This is a very important time. We are all surrounded by unfounded lies and factoids on the right and by irrational, condescending cynicism on the purportedly “progressive” extremes of the left.
The Internet teaches us a lesson our parents told us repeatedly when we were vulnerable children: Life is about proportion. Fire can be our friend if it is there in the right proportion to us. Then it can warm us. But the same indifferent fire can be our enemy when it is out of control.
Life is like that.
It would help us to fully understand this when we think of black Americans, who are always supposedly in need of “self-esteem.” A small industry of academic hustlers and talking heads make a living by speaking endlessly about the evils of American slavery, which supposedly haunts us still. Those evils surely do, but in a more complex way than these academics say. Because too many people with degrees are incapable of seeing life beyond cliches and slogans does not mean the rest of us should lose sight of American complexity.
Those evils, the story goes, were so different from slavery in its African version — even though the Africans sold members of other tribes and never came up with a version of abolition like the one in Europe or America. Part of this shows the evolving greatness of the West, with the United States leading the way, even fighting against itself whenever unfairness held a dominant place.
The hustlers suggest that all evil can be explained, even in post-slavery America, if we are not afraid to face the perpetual bloodsucking nature of capitalism here, there and everywhere.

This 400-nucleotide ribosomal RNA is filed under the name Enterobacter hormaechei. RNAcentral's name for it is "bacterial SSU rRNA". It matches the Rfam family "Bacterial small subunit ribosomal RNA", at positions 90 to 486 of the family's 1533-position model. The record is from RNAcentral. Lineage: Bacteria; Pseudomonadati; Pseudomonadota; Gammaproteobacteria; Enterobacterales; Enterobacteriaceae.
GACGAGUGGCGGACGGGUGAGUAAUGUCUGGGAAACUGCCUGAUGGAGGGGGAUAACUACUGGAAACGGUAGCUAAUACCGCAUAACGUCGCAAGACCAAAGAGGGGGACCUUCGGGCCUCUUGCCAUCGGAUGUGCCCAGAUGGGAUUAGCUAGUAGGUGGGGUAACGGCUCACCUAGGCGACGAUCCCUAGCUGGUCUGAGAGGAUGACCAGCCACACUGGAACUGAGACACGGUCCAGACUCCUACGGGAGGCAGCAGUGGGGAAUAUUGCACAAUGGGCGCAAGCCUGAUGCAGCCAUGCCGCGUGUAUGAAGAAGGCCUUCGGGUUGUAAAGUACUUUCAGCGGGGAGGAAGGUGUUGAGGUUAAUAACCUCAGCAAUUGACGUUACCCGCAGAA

It’s pervasive cynicism sold at far more than wholesale prices.
Black Americans would do well to remember the hundreds, thousands, millions of people who happen to be black doing their jobs well — and helping their fellow Americans, even often saving their lives — without ever succumbing to these tired tropes of victimization.
Such people are everywhere, doing top-flight jobs from surgery in hospitals to driving ambulances and keeping safety first in crosswalks.
Just two among countless prominent examples:
Security guard Frank Wills found some doors taped, and when he saw them taped a second time, prompted the arrest of the Watergate burglars, and the rest of it eventually led to the resignation of President Richard Nixon, torn down by a growing mountain of facts. This is quite easily recognized as one of the most important jobs done well in the history of this nation.
Wills should be remembered like Patrick Henry for bringing up to date the protection of our democracy.
Another forgotten man I wrote about a few years ago is Rudy Washington, one of Rudy Giuliani’s deputy mayors on Sept. 11, 2001.
He rose to the occasion on that fateful day, demonstrating tremendous leadership under crisis. He made crucial calls to federal authorities. He ordered the air to be tested when the first tower came down. And so much more.
The record and the history are clear: Because of Washington’s quick thinking in helping rapidly coordinate a response to the attack, lives were undoubtedly saved.
But, as I wrote, Washington is so rarely recalled because he has not wanted to be seen as a grandstanding opportunist about a day when nearly 3,000 people were killed.
He and Frank Wills are black. But they are not defined by cynicism or plagued by a victim mentality. They knew how to step it up when the moment called for it.
They were simply good men doing their best, which is all we can ask of anyone. That is one of the reasons our country is so inarguably great.
It is not because we do not periodically suffer from misinformation, distortion, lies and a need of swift but insufficient explanations that can reduce themselves to stereotypes. No, but because, from top to bottom and back up, greatness comes from everywhere. Some hauls might be much longer than others, but our people always manage to step up.
Ours is a nation not afraid to face the ongoing fact that sweeping must continue because dust always returns. That is what the founders actually understood from the very beginning.
Stanley Crouch can be reached by email at email@example.com.